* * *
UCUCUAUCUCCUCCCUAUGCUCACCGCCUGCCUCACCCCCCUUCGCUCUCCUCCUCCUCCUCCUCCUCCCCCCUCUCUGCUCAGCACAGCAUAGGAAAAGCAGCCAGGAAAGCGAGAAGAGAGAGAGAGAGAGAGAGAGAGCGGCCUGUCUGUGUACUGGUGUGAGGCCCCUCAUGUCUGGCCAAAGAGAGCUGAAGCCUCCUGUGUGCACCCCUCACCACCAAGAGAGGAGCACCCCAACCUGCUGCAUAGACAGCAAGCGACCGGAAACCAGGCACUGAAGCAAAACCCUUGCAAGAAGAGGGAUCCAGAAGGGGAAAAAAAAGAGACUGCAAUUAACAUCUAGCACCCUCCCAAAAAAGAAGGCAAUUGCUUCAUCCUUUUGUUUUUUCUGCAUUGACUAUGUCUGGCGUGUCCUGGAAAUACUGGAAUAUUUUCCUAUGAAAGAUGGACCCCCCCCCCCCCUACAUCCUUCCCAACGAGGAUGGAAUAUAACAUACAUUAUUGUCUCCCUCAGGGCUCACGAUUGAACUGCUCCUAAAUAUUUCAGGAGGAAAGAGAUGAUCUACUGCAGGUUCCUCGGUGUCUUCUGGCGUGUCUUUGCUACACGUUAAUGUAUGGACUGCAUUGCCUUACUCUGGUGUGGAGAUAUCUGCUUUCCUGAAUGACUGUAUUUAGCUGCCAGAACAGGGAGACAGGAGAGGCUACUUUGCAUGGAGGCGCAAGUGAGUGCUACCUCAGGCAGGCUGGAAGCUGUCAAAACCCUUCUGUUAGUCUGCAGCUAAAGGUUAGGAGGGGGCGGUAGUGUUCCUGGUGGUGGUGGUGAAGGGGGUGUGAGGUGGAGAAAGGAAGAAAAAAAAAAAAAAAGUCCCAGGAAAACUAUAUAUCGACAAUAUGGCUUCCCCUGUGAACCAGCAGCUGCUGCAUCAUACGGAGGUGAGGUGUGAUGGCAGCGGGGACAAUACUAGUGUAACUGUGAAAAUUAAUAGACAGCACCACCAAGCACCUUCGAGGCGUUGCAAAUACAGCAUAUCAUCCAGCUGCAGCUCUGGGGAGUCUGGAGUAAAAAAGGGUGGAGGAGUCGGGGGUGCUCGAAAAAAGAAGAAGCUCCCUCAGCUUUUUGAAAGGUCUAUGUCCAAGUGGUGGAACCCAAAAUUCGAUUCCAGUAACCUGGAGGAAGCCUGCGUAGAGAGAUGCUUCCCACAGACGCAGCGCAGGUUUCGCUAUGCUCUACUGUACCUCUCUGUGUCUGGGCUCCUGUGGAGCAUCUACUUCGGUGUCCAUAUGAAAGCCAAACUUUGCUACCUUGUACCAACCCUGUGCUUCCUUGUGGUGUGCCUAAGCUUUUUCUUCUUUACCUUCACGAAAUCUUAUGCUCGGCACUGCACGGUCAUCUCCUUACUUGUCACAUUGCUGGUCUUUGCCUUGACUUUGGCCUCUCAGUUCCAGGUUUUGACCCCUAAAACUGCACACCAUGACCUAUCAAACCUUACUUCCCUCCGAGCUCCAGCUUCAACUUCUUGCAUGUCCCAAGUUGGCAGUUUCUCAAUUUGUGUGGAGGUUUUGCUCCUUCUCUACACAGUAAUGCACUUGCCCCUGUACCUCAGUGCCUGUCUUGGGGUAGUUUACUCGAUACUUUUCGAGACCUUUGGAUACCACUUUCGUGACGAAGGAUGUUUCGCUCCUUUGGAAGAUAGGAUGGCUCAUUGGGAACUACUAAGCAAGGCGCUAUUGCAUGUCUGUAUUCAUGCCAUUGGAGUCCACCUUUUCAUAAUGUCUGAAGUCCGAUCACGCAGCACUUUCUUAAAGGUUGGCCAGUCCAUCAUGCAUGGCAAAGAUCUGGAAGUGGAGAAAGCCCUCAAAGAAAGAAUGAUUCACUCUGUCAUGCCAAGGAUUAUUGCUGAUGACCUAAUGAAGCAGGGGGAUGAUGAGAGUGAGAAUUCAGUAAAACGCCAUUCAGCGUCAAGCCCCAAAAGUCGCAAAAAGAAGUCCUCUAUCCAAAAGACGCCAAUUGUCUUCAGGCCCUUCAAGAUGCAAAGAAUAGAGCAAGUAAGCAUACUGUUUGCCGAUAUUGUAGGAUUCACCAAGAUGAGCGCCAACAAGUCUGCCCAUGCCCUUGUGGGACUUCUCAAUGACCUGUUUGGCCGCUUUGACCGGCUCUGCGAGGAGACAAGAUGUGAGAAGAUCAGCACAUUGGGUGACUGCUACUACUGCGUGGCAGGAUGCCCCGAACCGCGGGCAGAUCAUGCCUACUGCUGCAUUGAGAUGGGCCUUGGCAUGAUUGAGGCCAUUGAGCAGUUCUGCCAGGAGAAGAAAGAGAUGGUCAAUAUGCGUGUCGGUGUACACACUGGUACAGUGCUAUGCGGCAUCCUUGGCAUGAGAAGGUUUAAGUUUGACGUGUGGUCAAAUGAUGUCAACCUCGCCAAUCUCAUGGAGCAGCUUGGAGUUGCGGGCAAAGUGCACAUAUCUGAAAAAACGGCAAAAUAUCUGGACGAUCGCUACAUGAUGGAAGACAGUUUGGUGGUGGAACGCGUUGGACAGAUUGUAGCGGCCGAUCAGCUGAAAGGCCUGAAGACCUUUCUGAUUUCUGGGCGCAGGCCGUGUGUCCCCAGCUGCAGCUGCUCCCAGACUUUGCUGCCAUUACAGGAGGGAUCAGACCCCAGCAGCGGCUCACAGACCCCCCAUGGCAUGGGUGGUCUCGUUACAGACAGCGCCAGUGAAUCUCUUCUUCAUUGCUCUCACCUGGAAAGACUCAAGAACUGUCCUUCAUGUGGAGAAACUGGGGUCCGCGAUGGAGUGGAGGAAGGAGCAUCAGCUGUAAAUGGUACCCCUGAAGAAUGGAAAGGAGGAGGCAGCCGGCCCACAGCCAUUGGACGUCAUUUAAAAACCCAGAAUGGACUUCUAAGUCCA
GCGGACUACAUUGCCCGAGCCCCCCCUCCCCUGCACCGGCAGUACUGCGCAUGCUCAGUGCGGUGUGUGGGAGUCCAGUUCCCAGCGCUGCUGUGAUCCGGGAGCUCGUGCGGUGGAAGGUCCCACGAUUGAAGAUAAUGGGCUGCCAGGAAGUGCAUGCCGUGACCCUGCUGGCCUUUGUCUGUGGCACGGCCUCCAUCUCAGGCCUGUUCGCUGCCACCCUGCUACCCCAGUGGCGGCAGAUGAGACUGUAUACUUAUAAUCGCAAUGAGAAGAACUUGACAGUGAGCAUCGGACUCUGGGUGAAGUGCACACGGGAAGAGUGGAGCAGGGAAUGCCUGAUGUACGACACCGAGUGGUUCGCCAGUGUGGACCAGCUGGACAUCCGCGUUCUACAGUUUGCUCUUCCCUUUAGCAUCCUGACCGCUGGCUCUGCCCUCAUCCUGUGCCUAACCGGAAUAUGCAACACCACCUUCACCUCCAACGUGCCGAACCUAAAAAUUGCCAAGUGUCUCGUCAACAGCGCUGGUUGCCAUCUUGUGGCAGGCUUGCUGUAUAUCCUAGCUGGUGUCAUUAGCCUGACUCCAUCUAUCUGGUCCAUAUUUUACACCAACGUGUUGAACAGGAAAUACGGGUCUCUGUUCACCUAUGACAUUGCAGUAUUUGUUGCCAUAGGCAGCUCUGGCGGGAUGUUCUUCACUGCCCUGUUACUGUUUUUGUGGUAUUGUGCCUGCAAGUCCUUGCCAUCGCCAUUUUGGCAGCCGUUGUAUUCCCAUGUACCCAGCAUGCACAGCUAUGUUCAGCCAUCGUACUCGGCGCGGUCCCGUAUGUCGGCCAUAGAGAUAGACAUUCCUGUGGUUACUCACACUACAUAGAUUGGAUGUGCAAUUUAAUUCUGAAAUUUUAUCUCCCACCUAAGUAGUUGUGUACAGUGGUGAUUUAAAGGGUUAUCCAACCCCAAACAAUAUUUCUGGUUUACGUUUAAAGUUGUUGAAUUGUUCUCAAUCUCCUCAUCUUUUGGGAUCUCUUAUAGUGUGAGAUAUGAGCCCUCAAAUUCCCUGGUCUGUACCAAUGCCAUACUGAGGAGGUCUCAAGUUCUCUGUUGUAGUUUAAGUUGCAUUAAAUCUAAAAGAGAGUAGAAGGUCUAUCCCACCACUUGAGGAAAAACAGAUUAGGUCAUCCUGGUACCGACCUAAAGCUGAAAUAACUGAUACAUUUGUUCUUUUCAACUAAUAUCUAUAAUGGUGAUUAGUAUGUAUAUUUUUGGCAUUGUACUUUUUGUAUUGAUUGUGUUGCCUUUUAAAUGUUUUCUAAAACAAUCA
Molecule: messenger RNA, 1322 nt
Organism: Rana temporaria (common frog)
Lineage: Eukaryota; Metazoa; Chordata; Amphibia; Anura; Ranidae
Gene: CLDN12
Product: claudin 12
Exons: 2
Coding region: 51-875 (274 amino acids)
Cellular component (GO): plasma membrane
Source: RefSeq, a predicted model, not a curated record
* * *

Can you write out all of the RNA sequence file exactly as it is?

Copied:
UCUCUAUCUCCUCCCUAUGCUCACCGCCUGCCUCACCCCCCUUCGCUCUCCUCCUCCUCCUCCUCCUCCCCCCUCUCUGCUCAGCACAGCAUAGGAAAAGCAGCCAGGAAAGCGAGAAGAGAGAGAGAGAGAGAGAGAGAGCGGCCUGUCUGUGUACUGGUGUGAGGCCCCUCAUGUCUGGCCAAAGAGAGCUGAAGCCUCCUGUGUGCACCCCUCACCACCAAGAGAGGAGCACCCCAACCUGCUGCAUAGACAGCAAGCGACCGGAAACCAGGCACUGAAGCAAAACCCUUGCAAGAAGAGGGAUCCAGAAGGGGAAAAAAAAGAGACUGCAAUUAACAUCUAGCACCCUCCCAAAAAAGAAGGCAAUUGCUUCAUCCUUUUGUUUUUUCUGCAUUGACUAUGUCUGGCGUGUCCUGGAAAUACUGGAAUAUUUUCCUAUGAAAGAUGGACCCCCCCCCCCCCUACAUCCUUCCCAACGAGGAUGGAAUAUAACAUACAUUAUUGUCUCCCUCAGGGCUCACGAUUGAACUGCUCCUAAAUAUUUCAGGAGGAAAGAGAUGAUCUACUGCAGGUUCCUCGGUGUCUUCUGGCGUGUCUUUGCUACACGUUAAUGUAUGGACUGCAUUGCCUUACUCUGGUGUGGAGAUAUCUGCUUUCCUGAAUGACUGUAUUUAGCUGCCAGAACAGGGAGACAGGAGAGGCUACUUUGCAUGGAGGCGCAAGUGAGUGCUACCUCAGGCAGGCUGGAAGCUGUCAAAACCCUUCUGUUAGUCUGCAGCUAAAGGUUAGGAGGGGGCGGUAGUGUUCCUGGUGGUGGUGGUGAAGGGGGUGUGAGGUGGAGAAAGGAAGAAAAAAAAAAAAAAAGUCCCAGGAAAACUAUAUAUCGACAAUAUGGCUUCCCCUGUGAACCAGCAGCUGCUGCAUCAUACGGAGGUGAGGUGUGAUGGCAGCGGGGACAAUACUAGUGUAACUGUGAAAAUUAAUAGACAGCACCACCAAGCACCUUCGAGGCGUUGCAAAUACAGCAUAUCAUCCAGCUGCAGCUCUGGGGAGUCUGGAGUAAAAAAGGGUGGAGGAGUCGGGGGUGCUCGAAAAAAGAAGAAGCUCCCUCAGCUUUUUGAAAGGUCUAUGUCCAAGUGGUGGAACCCAAAAUUCGAUUCCAGUAACCUGGAGGAAGCCUGCGUAGAGAGAUGCUUCCCACAGACGCAGCGCAGGUUUCGCUAUGCUCUACUGUACCUCUCUGUGUCUGGGCUCCUGUGGAGCAUCUACUUCGGUGUCCAUAUGAAAGCCAAACUUUGCUACCUUGUACCAACCCUGUGCUUCCUUGUGGUGUGCCUAAGCUUUUUCUUCUUUACCUUCACGAAAUCUUAUGCUCGGCACUGCACGGUCAUCUCCUUACUUGUCACAUUGCUGGUCUUUGCCUUGACUUUGGCCUCUCAGUUCCAGGUUUUGACCCCUAAAACUGCACACCAUGACCUAUCAAACCUUACUUCCCUCCGAGCUCCAGCUUCAACUUCUUGCAUGUCCCAAGUUGGCAGUUUCUCAAUUUGUGUGGAGGUUUUGCUCCUUCUCUACACAGUAAUGCACUUGCCCCUGUACCUCAGUGCCUGUCUUGGGGUAGUUUACUCGAUACUUUUCGAGACCUUUGGAUACCACUUUCGUGACGAAGGAUGUUUCGCUCCUUUGGAAGAUAGGAUGGCUCAUUGGGAACUACUAAGCAAGGCGCUAUUGCAUGUCUGUAUUCAUGCCAUUGGAGUCCACCUUUUCAUAAUGUCUGAAGUCCGAUCACGCAGCACUUUCUUAAAGGUUGGCCAGUCCAUCAUGCAUGGCAAAGAUCUGGAAGUGGAGAAAGCCCUCAAAGAAAGAAUGAUUCACUCUGUCAUGCCAAGGAUUAUUGCUGAUGACCUAAUGAAGCAGGGGGAUGAUGAGAGUGAGAAUUCAGUAAAACGCCAUUCAGCGUCAAGCCCCAAAAGUCGCAAAAAGAAGUCCUCUAUCCAAAAGACGCCAAUUGUCUUCAGGCCCUUCAAGAUGCAAAGAAUAGAGCAAGUAAGCAUACUGUUUGCCGAUAUUGUAGGAUUCACCAAGAUGAGCGCCAACAAGUCUGCCCAUGCCCUUGUGGGACUUCUCAAUGACCUGUUUGGCCGCUUUGACCGGCUCUGCGAGGAGACAAGAUGUGAGAAGAUCAGCACAUUGGGUGACUGCUACUACUGCGUGGCAGGAUGCCCCGAACCGCGGGCAGAUCAUGCCUACUGCUGCAUUGAGAUGGGCCUUGGCAUGAUUGAGGCCAUUGAGCAGUUCUGCCAGGAGAAGAAAGAGAUGGUCAAUAUGCGUGUCGGUGUACACACUGGUACAGUGCUAUGCGGCAUCCUUGGCAUGAGAAGGUUUAAGUUUGACGUGUGGUCAAAUGAUGUCAACCUCGCCAAUCUCAUGGAGCAGCUUGGAGUUGCGGGCAAAGUGCACAUAUCUGAAAAAACGGCAAAAUAUCUGGACGAUCGCUACAUGAUGGAAGACAGUUUGGUGGUGGAACGCGUUGGACAGAUUGUAGCGGCCGAUCAGCUGAAAGGCCUGAAGACCUUUCUGAUUUCUGGGCGCAGGCCGUGUGUCCCCAGCUGCAGCUGCUCCCAGACUUUGCUGCCAUUACAGGAGGGAUCAGACCCCAGCAGCGGCUCACAGACCCCCCAUGGCAUGGGUGGUCUCGUUACAGACAGCGCCAGUGAAUCUCUUCUUCAUUGCUCUCACCUGGAAAGACUCAAGAACUGUCCUUCAUGUGGAGAAACUGGGGUCCGCGAUGGAGUGGAGGAAGGAGCAUCAGCUGUAAAUGGUACCCCUGAAGAAUGGAAAGGAGGAGGCAGCCGGCCCACAGCCAUUGGACGUCAUUUAAAAACCCAGAAUGGACUUCUAAGUCCA
GCGGACUACAUUGCCCGAGCCCCCCCUCCCCUGCACCGGCAGUACUGCGCAUGCUCAGUGCGGUGUGUGGGAGUCCAGUUCCCAGCGCUGCUGUGAUCCGGGAGCUCGUGCGGUGGAAGGUCCCACGAUUGAAGAUAAUGGGCUGCCAGGAAGUGCAUGCCGUGACCCUGCUGGCCUUUGUCUGUGGCACGGCCUCCAUCUCAGGCCUGUUCGCUGCCACCCUGCUACCCCAGUGGCGGCAGAUGAGACUGUAUACUUAUAAUCGCAAUGAGAAGAACUUGACAGUGAGCAUCGGACUCUGGGUGAAGUGCACACGGGAAGAGUGGAGCAGGGAAUGCCUGAUGUACGACACCGAGUGGUUCGCCAGUGUGGACCAGCUGGACAUCCGCGUUCUACAGUUUGCUCUUCCCUUUAGCAUCCUGACCGCUGGCUCUGCCCUCAUCCUGUGCCUAACCGGAAUAUGCAACACCACCUUCACCUCCAACGUGCCGAACCUAAAAAUUGCCAAGUGUCUCGUCAACAGCGCUGGUUGCCAUCUUGUGGCAGGCUUGCUGUAUAUCCUAGCUGGUGUCAUUAGCCUGACUCCAUCUAUCUGGUCCAUAUUUUACACCAACGUGUUGAACAGGAAAUACGGGUCUCUGUUCACCUAUGACAUUGCAGUAUUUGUUGCCAUAGGCAGCUCUGGCGGGAUGUUCUUCACUGCCCUGUUACUGUUUUUGUGGUAUUGUGCCUGCAAGUCCUUGCCAUCGCCAUUUUGGCAGCCGUUGUAUUCCCAUGUACCCAGCAUGCACAGCUAUGUUCAGCCAUCGUACUCGGCGCGGUCCCGUAUGUCGGCCAUAGAGAUAGACAUUCCUGUGGUUACUCACACUACAUAGAUUGGAUGUGCAAUUUAAUUCUGAAAUUUUAUCUCCCACCUAAGUAGUUGUGUACAGUGGUGAUUUAAAGGGUUAUCCAACCCCAAACAAUAUUUCUGGUUUACGUUUAAAGUUGUUGAAUUGUUCUCAAUCUCCUCAUCUUUUGGGAUCUCUUAUAGUGUGAGAUAUGAGCCCUCAAAUUCCCUGGUCUGUACCAAUGCCAUACUGAGGAGGUCUCAAGUUCUCUGUUGUAGUUUAAGUUGCAUUAAAUCUAAAAGAGAGUAGAAGGUCUAUCCCACCACUUGAGGAAAAACAGAUUAGGUCAUCCUGGUACCGACCUAAAGCUGAAAUAACUGAUACAUUUGUUCUUUUCAACUAAUAUCUAUAAUGGUGAUUAGUAUGUAUAUUUUUGGCAUUGUACUUUUUGUAUUGAUUGUGUUGCCUUUUAAAUGUUUUCUAAAACAAUCA
Molecule: messenger RNA, 1322 nt
Organism: Rana temporaria (common frog)
Lineage: Eukaryota; Metazoa; Chordata; Amphibia; Anura; Ranidae
Gene: CLDN12
Product: claudin 12
Exons: 2
Coding region: 51-875 (274 amino acids)
Cellular component (GO): plasma membrane
Source: RefSeq, a predicted model, not a curated record